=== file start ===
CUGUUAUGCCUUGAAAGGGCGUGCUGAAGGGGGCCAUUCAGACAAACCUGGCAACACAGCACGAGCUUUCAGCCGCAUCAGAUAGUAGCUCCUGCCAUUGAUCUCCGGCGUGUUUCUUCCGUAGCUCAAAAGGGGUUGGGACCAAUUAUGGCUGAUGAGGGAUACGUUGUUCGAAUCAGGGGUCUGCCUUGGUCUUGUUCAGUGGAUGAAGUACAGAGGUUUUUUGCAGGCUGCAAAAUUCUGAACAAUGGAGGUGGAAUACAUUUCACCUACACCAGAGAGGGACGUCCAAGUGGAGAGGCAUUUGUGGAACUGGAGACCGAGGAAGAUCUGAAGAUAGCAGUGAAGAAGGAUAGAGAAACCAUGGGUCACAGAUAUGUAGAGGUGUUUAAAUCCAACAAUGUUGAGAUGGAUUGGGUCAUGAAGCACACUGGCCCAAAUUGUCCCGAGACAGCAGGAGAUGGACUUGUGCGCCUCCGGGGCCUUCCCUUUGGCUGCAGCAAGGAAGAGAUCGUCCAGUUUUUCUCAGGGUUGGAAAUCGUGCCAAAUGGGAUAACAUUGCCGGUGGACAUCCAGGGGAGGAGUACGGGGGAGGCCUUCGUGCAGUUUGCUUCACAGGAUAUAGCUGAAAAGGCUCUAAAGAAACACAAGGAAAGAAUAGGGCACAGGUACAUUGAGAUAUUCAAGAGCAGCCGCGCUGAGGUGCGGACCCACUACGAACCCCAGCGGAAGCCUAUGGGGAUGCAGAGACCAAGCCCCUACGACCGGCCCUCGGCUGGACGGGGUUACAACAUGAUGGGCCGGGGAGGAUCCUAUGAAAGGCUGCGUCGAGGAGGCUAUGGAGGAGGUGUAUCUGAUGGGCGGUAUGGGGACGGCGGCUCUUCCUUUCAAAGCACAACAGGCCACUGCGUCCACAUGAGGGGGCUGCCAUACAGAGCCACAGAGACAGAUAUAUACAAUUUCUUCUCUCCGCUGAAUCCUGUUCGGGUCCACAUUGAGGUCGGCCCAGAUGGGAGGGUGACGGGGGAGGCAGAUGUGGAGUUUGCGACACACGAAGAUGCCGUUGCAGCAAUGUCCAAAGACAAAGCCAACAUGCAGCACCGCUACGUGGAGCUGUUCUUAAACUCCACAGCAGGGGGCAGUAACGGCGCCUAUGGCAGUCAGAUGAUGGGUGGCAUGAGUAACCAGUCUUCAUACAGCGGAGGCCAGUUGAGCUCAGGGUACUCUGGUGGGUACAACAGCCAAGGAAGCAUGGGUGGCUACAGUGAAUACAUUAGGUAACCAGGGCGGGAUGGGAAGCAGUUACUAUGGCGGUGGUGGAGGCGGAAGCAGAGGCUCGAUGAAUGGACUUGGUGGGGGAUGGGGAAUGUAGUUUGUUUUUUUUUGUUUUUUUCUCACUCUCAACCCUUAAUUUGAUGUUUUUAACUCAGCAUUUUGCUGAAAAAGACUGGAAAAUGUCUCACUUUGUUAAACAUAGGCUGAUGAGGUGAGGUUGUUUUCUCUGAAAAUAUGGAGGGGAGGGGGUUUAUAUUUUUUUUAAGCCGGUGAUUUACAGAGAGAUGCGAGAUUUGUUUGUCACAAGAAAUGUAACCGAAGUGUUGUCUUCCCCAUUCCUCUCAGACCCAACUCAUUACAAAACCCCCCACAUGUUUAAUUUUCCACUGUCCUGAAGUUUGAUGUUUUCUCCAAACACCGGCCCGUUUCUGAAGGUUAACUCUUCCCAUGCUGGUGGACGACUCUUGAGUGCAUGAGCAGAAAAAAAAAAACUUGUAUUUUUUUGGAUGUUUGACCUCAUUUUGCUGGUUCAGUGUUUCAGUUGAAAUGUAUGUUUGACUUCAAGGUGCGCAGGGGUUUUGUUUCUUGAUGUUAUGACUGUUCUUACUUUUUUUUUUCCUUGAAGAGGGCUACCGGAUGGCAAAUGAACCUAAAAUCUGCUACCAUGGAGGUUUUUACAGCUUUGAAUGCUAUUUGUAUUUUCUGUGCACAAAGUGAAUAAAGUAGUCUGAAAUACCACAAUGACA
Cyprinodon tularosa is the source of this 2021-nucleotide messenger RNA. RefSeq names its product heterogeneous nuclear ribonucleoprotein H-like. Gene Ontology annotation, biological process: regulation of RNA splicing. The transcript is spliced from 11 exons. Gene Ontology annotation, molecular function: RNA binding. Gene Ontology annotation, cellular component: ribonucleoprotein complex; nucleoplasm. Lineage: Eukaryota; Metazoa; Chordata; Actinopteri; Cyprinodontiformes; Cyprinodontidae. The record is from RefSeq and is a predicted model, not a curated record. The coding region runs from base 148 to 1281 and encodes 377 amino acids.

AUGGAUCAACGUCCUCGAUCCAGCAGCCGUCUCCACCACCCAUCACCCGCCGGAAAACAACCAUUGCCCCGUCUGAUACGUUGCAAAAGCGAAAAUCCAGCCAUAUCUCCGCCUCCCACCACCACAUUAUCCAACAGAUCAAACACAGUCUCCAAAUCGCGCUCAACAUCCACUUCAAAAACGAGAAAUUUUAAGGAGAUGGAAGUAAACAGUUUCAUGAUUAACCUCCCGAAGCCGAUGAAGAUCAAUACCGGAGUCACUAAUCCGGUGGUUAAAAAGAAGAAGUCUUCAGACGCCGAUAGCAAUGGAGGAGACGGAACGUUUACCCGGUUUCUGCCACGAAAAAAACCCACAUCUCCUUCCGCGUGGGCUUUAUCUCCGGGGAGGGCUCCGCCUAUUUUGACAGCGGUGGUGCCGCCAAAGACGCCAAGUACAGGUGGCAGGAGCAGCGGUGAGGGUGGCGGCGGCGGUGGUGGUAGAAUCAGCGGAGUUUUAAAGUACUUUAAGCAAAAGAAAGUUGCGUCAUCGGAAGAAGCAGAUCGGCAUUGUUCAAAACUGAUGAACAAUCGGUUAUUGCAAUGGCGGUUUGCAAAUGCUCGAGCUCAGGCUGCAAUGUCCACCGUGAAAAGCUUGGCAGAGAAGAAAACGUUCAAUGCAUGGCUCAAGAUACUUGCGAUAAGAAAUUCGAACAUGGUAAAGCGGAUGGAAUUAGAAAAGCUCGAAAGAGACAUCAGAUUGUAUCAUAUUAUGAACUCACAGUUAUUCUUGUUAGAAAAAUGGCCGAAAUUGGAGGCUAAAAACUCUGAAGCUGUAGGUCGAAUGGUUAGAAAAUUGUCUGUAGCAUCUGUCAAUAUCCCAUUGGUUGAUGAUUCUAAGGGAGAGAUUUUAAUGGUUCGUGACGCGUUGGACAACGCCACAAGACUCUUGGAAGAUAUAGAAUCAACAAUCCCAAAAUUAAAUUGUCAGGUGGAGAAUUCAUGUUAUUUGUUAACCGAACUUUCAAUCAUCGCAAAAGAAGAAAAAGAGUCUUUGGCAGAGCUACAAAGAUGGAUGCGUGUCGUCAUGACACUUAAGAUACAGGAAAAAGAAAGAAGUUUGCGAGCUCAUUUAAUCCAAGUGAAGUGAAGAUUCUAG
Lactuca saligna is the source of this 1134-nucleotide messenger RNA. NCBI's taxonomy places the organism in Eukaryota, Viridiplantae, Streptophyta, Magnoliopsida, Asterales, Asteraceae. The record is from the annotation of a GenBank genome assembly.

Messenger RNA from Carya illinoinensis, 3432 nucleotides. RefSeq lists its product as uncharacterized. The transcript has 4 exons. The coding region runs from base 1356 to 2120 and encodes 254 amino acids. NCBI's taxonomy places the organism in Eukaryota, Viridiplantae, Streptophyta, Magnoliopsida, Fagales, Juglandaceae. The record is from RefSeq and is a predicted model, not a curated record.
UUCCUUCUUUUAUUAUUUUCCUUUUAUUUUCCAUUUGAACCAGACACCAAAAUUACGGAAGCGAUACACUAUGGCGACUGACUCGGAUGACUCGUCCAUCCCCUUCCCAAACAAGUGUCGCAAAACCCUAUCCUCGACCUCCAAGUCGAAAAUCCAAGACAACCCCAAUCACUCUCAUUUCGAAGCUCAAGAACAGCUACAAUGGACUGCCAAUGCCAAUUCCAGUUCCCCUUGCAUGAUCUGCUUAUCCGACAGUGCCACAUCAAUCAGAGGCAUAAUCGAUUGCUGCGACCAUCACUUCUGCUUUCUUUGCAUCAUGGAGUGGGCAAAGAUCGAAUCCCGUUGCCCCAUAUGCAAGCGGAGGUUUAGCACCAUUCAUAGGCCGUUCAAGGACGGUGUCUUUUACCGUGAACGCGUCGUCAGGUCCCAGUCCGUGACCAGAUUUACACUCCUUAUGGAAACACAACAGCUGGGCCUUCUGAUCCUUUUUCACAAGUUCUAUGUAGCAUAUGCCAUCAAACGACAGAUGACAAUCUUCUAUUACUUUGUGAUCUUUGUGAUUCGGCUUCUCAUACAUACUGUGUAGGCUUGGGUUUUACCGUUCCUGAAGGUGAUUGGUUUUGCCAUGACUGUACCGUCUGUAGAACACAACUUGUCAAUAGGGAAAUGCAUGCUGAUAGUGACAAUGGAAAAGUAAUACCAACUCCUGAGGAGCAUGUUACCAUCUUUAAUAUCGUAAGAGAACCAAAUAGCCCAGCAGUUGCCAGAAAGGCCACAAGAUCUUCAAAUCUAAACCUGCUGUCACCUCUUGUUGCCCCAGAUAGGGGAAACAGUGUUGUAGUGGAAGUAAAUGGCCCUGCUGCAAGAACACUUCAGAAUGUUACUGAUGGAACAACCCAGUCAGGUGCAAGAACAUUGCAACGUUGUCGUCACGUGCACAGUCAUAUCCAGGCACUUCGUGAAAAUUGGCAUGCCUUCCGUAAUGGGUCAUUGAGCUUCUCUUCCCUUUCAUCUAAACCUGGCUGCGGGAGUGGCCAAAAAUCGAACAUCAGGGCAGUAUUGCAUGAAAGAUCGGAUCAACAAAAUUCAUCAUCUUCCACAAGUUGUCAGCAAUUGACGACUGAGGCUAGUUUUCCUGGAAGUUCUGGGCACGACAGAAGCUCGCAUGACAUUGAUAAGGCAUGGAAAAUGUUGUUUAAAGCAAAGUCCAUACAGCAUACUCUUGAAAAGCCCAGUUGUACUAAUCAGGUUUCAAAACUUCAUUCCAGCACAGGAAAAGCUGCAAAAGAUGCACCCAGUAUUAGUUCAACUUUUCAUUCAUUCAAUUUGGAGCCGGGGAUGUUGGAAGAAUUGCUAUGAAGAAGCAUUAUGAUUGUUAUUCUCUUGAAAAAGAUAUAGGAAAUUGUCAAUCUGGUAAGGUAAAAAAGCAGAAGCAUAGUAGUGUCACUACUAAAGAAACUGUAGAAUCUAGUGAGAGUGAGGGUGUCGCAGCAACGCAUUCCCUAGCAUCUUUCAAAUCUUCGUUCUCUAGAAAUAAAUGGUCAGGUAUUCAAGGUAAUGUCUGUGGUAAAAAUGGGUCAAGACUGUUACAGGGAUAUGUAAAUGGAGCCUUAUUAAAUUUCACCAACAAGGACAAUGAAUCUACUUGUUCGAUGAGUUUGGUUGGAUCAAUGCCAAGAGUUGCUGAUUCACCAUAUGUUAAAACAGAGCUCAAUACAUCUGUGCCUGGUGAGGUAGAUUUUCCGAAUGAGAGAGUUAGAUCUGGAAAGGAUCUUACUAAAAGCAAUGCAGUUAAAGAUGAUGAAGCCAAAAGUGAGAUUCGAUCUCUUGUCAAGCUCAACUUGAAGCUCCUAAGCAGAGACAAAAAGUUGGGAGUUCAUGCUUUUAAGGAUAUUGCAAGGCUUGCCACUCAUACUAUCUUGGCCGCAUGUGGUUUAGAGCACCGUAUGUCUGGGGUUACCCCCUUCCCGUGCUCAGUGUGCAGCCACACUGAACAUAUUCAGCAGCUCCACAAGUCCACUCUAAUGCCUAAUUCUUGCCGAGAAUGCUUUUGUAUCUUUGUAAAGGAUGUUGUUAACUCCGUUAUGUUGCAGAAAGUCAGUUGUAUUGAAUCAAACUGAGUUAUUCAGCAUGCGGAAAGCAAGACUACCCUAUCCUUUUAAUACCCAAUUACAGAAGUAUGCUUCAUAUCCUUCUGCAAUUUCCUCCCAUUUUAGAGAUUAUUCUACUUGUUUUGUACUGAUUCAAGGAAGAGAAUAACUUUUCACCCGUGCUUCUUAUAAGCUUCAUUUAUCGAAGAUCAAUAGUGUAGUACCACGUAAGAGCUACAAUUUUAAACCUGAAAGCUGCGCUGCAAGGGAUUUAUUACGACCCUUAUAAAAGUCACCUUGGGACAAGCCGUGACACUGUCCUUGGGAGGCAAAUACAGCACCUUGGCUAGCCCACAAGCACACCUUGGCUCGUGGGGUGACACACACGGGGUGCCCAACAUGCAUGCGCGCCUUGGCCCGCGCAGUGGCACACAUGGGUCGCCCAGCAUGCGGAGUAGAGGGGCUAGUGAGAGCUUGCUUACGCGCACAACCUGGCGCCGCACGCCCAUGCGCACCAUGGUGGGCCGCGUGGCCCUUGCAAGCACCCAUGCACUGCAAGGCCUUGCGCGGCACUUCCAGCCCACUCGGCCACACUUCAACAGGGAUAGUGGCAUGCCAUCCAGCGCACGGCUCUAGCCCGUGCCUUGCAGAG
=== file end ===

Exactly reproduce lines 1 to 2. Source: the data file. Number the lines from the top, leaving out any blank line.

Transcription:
CUGUUAUGCCUUGAAAGGGCGUGCUGAAGGGGGCCAUUCAGACAAACCUGGCAACACAGCACGAGCUUUCAGCCGCAUCAGAUAGUAGCUCCUGCCAUUGAUCUCCGGCGUGUUUCUUCCGUAGCUCAAAAGGGGUUGGGACCAAUUAUGGCUGAUGAGGGAUACGUUGUUCGAAUCAGGGGUCUGCCUUGGUCUUGUUCAGUGGAUGAAGUACAGAGGUUUUUUGCAGGCUGCAAAAUUCUGAACAAUGGAGGUGGAAUACAUUUCACCUACACCAGAGAGGGACGUCCAAGUGGAGAGGCAUUUGUGGAACUGGAGACCGAGGAAGAUCUGAAGAUAGCAGUGAAGAAGGAUAGAGAAACCAUGGGUCACAGAUAUGUAGAGGUGUUUAAAUCCAACAAUGUUGAGAUGGAUUGGGUCAUGAAGCACACUGGCCCAAAUUGUCCCGAGACAGCAGGAGAUGGACUUGUGCGCCUCCGGGGCCUUCCCUUUGGCUGCAGCAAGGAAGAGAUCGUCCAGUUUUUCUCAGGGUUGGAAAUCGUGCCAAAUGGGAUAACAUUGCCGGUGGACAUCCAGGGGAGGAGUACGGGGGAGGCCUUCGUGCAGUUUGCUUCACAGGAUAUAGCUGAAAAGGCUCUAAAGAAACACAAGGAAAGAAUAGGGCACAGGUACAUUGAGAUAUUCAAGAGCAGCCGCGCUGAGGUGCGGACCCACUACGAACCCCAGCGGAAGCCUAUGGGGAUGCAGAGACCAAGCCCCUACGACCGGCCCUCGGCUGGACGGGGUUACAACAUGAUGGGCCGGGGAGGAUCCUAUGAAAGGCUGCGUCGAGGAGGCUAUGGAGGAGGUGUAUCUGAUGGGCGGUAUGGGGACGGCGGCUCUUCCUUUCAAAGCACAACAGGCCACUGCGUCCACAUGAGGGGGCUGCCAUACAGAGCCACAGAGACAGAUAUAUACAAUUUCUUCUCUCCGCUGAAUCCUGUUCGGGUCCACAUUGAGGUCGGCCCAGAUGGGAGGGUGACGGGGGAGGCAGAUGUGGAGUUUGCGACACACGAAGAUGCCGUUGCAGCAAUGUCCAAAGACAAAGCCAACAUGCAGCACCGCUACGUGGAGCUGUUCUUAAACUCCACAGCAGGGGGCAGUAACGGCGCCUAUGGCAGUCAGAUGAUGGGUGGCAUGAGUAACCAGUCUUCAUACAGCGGAGGCCAGUUGAGCUCAGGGUACUCUGGUGGGUACAACAGCCAAGGAAGCAUGGGUGGCUACAGUGAAUACAUUAGGUAACCAGGGCGGGAUGGGAAGCAGUUACUAUGGCGGUGGUGGAGGCGGAAGCAGAGGCUCGAUGAAUGGACUUGGUGGGGGAUGGGGAAUGUAGUUUGUUUUUUUUUGUUUUUUUCUCACUCUCAACCCUUAAUUUGAUGUUUUUAACUCAGCAUUUUGCUGAAAAAGACUGGAAAAUGUCUCACUUUGUUAAACAUAGGCUGAUGAGGUGAGGUUGUUUUCUCUGAAAAUAUGGAGGGGAGGGGGUUUAUAUUUUUUUUAAGCCGGUGAUUUACAGAGAGAUGCGAGAUUUGUUUGUCACAAGAAAUGUAACCGAAGUGUUGUCUUCCCCAUUCCUCUCAGACCCAACUCAUUACAAAACCCCCCACAUGUUUAAUUUUCCACUGUCCUGAAGUUUGAUGUUUUCUCCAAACACCGGCCCGUUUCUGAAGGUUAACUCUUCCCAUGCUGGUGGACGACUCUUGAGUGCAUGAGCAGAAAAAAAAAAACUUGUAUUUUUUUGGAUGUUUGACCUCAUUUUGCUGGUUCAGUGUUUCAGUUGAAAUGUAUGUUUGACUUCAAGGUGCGCAGGGGUUUUGUUUCUUGAUGUUAUGACUGUUCUUACUUUUUUUUUUCCUUGAAGAGGGCUACCGGAUGGCAAAUGAACCUAAAAUCUGCUACCAUGGAGGUUUUUACAGCUUUGAAUGCUAUUUGUAUUUUCUGUGCACAAAGUGAAUAAAGUAGUCUGAAAUACCACAAUGACA
Cyprinodon tularosa is the source of this 2021-nucleotide messenger RNA. RefSeq names its product heterogeneous nuclear ribonucleoprotein H-like. Gene Ontology annotation, biological process: regulation of RNA splicing. The transcript is spliced from 11 exons. Gene Ontology annotation, molecular function: RNA binding. Gene Ontology annotation, cellular component: ribonucleoprotein complex; nucleoplasm. Lineage: Eukaryota; Metazoa; Chordata; Actinopteri; Cyprinodontiformes; Cyprinodontidae. The record is from RefSeq and is a predicted model, not a curated record. The coding region runs from base 148 to 1281 and encodes 377 amino acids.